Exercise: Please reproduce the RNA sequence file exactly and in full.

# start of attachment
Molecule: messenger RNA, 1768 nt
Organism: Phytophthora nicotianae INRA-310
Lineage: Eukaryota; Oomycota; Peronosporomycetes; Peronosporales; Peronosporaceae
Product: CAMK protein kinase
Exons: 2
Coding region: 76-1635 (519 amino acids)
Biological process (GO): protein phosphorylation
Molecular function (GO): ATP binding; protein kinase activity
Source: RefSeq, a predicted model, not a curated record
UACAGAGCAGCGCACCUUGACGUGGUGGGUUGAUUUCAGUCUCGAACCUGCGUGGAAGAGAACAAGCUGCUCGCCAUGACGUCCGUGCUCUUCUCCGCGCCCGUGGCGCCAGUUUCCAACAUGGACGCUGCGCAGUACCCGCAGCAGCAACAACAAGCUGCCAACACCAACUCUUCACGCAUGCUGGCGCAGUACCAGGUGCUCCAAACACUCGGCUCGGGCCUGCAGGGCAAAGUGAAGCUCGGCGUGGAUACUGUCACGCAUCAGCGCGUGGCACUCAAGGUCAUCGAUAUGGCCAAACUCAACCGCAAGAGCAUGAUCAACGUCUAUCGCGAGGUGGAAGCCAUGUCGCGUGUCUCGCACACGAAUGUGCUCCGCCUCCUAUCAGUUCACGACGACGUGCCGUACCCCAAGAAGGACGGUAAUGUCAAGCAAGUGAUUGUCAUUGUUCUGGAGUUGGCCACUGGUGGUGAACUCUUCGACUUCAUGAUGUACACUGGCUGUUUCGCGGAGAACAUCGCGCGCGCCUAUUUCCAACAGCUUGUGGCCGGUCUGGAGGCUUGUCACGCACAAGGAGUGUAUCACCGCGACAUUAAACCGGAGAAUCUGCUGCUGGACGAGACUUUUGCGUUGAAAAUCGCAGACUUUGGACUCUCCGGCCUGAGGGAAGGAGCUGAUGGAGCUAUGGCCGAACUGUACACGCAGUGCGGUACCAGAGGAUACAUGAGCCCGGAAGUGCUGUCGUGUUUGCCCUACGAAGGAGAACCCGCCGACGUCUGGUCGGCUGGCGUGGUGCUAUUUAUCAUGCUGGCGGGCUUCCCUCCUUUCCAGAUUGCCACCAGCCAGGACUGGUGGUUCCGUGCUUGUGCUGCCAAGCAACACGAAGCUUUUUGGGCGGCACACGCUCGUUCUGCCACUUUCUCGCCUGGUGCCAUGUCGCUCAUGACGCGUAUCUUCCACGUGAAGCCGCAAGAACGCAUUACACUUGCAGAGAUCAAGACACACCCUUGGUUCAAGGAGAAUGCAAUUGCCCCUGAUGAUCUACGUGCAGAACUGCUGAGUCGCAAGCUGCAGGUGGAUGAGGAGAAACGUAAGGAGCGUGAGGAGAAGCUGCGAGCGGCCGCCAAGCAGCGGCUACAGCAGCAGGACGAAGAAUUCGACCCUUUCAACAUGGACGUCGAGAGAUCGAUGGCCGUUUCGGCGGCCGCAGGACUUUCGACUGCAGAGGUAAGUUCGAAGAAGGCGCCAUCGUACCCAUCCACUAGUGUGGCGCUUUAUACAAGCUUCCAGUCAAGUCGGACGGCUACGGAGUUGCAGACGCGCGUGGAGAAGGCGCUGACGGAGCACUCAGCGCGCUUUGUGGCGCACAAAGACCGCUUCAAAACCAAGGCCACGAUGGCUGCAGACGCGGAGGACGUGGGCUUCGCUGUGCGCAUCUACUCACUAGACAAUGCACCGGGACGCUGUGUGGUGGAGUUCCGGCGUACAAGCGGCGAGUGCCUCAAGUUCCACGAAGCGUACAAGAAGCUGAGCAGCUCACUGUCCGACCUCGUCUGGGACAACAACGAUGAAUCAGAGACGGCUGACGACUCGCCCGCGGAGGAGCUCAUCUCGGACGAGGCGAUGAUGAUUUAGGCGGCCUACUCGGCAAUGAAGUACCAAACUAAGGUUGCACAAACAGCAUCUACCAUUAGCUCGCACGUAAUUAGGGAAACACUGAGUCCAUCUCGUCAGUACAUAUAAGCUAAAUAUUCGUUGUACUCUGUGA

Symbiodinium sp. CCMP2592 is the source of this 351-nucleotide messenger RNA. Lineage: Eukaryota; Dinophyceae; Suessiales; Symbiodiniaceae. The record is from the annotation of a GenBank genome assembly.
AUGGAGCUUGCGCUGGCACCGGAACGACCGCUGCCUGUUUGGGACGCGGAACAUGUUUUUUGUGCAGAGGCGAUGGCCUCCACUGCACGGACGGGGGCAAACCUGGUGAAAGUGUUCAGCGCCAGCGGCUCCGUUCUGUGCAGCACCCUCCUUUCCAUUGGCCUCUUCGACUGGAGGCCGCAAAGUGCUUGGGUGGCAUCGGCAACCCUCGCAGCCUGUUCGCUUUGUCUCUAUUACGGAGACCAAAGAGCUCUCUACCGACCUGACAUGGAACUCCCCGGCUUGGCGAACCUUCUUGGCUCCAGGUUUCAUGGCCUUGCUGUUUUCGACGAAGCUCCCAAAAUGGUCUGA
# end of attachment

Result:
Molecule: messenger RNA, 1768 nt
Organism: Phytophthora nicotianae INRA-310
Lineage: Eukaryota; Oomycota; Peronosporomycetes; Peronosporales; Peronosporaceae
Product: CAMK protein kinase
Exons: 2
Coding region: 76-1635 (519 amino acids)
Biological process (GO): protein phosphorylation
Molecular function (GO): ATP binding; protein kinase activity
Source: RefSeq, a predicted model, not a curated record
UACAGAGCAGCGCACCUUGACGUGGUGGGUUGAUUUCAGUCUCGAACCUGCGUGGAAGAGAACAAGCUGCUCGCCAUGACGUCCGUGCUCUUCUCCGCGCCCGUGGCGCCAGUUUCCAACAUGGACGCUGCGCAGUACCCGCAGCAGCAACAACAAGCUGCCAACACCAACUCUUCACGCAUGCUGGCGCAGUACCAGGUGCUCCAAACACUCGGCUCGGGCCUGCAGGGCAAAGUGAAGCUCGGCGUGGAUACUGUCACGCAUCAGCGCGUGGCACUCAAGGUCAUCGAUAUGGCCAAACUCAACCGCAAGAGCAUGAUCAACGUCUAUCGCGAGGUGGAAGCCAUGUCGCGUGUCUCGCACACGAAUGUGCUCCGCCUCCUAUCAGUUCACGACGACGUGCCGUACCCCAAGAAGGACGGUAAUGUCAAGCAAGUGAUUGUCAUUGUUCUGGAGUUGGCCACUGGUGGUGAACUCUUCGACUUCAUGAUGUACACUGGCUGUUUCGCGGAGAACAUCGCGCGCGCCUAUUUCCAACAGCUUGUGGCCGGUCUGGAGGCUUGUCACGCACAAGGAGUGUAUCACCGCGACAUUAAACCGGAGAAUCUGCUGCUGGACGAGACUUUUGCGUUGAAAAUCGCAGACUUUGGACUCUCCGGCCUGAGGGAAGGAGCUGAUGGAGCUAUGGCCGAACUGUACACGCAGUGCGGUACCAGAGGAUACAUGAGCCCGGAAGUGCUGUCGUGUUUGCCCUACGAAGGAGAACCCGCCGACGUCUGGUCGGCUGGCGUGGUGCUAUUUAUCAUGCUGGCGGGCUUCCCUCCUUUCCAGAUUGCCACCAGCCAGGACUGGUGGUUCCGUGCUUGUGCUGCCAAGCAACACGAAGCUUUUUGGGCGGCACACGCUCGUUCUGCCACUUUCUCGCCUGGUGCCAUGUCGCUCAUGACGCGUAUCUUCCACGUGAAGCCGCAAGAACGCAUUACACUUGCAGAGAUCAAGACACACCCUUGGUUCAAGGAGAAUGCAAUUGCCCCUGAUGAUCUACGUGCAGAACUGCUGAGUCGCAAGCUGCAGGUGGAUGAGGAGAAACGUAAGGAGCGUGAGGAGAAGCUGCGAGCGGCCGCCAAGCAGCGGCUACAGCAGCAGGACGAAGAAUUCGACCCUUUCAACAUGGACGUCGAGAGAUCGAUGGCCGUUUCGGCGGCCGCAGGACUUUCGACUGCAGAGGUAAGUUCGAAGAAGGCGCCAUCGUACCCAUCCACUAGUGUGGCGCUUUAUACAAGCUUCCAGUCAAGUCGGACGGCUACGGAGUUGCAGACGCGCGUGGAGAAGGCGCUGACGGAGCACUCAGCGCGCUUUGUGGCGCACAAAGACCGCUUCAAAACCAAGGCCACGAUGGCUGCAGACGCGGAGGACGUGGGCUUCGCUGUGCGCAUCUACUCACUAGACAAUGCACCGGGACGCUGUGUGGUGGAGUUCCGGCGUACAAGCGGCGAGUGCCUCAAGUUCCACGAAGCGUACAAGAAGCUGAGCAGCUCACUGUCCGACCUCGUCUGGGACAACAACGAUGAAUCAGAGACGGCUGACGACUCGCCCGCGGAGGAGCUCAUCUCGGACGAGGCGAUGAUGAUUUAGGCGGCCUACUCGGCAAUGAAGUACCAAACUAAGGUUGCACAAACAGCAUCUACCAUUAGCUCGCACGUAAUUAGGGAAACACUGAGUCCAUCUCGUCAGUACAUAUAAGCUAAAUAUUCGUUGUACUCUGUGA

Symbiodinium sp. CCMP2592 is the source of this 351-nucleotide messenger RNA. Lineage: Eukaryota; Dinophyceae; Suessiales; Symbiodiniaceae. The record is from the annotation of a GenBank genome assembly.
AUGGAGCUUGCGCUGGCACCGGAACGACCGCUGCCUGUUUGGGACGCGGAACAUGUUUUUUGUGCAGAGGCGAUGGCCUCCACUGCACGGACGGGGGCAAACCUGGUGAAAGUGUUCAGCGCCAGCGGCUCCGUUCUGUGCAGCACCCUCCUUUCCAUUGGCCUCUUCGACUGGAGGCCGCAAAGUGCUUGGGUGGCAUCGGCAACCCUCGCAGCCUGUUCGCUUUGUCUCUAUUACGGAGACCAAAGAGCUCUCUACCGACCUGACAUGGAACUCCCCGGCUUGGCGAACCUUCUUGGCUCCAGGUUUCAUGGCCUUGCUGUUUUCGACGAAGCUCCCAAAAUGGUCUGA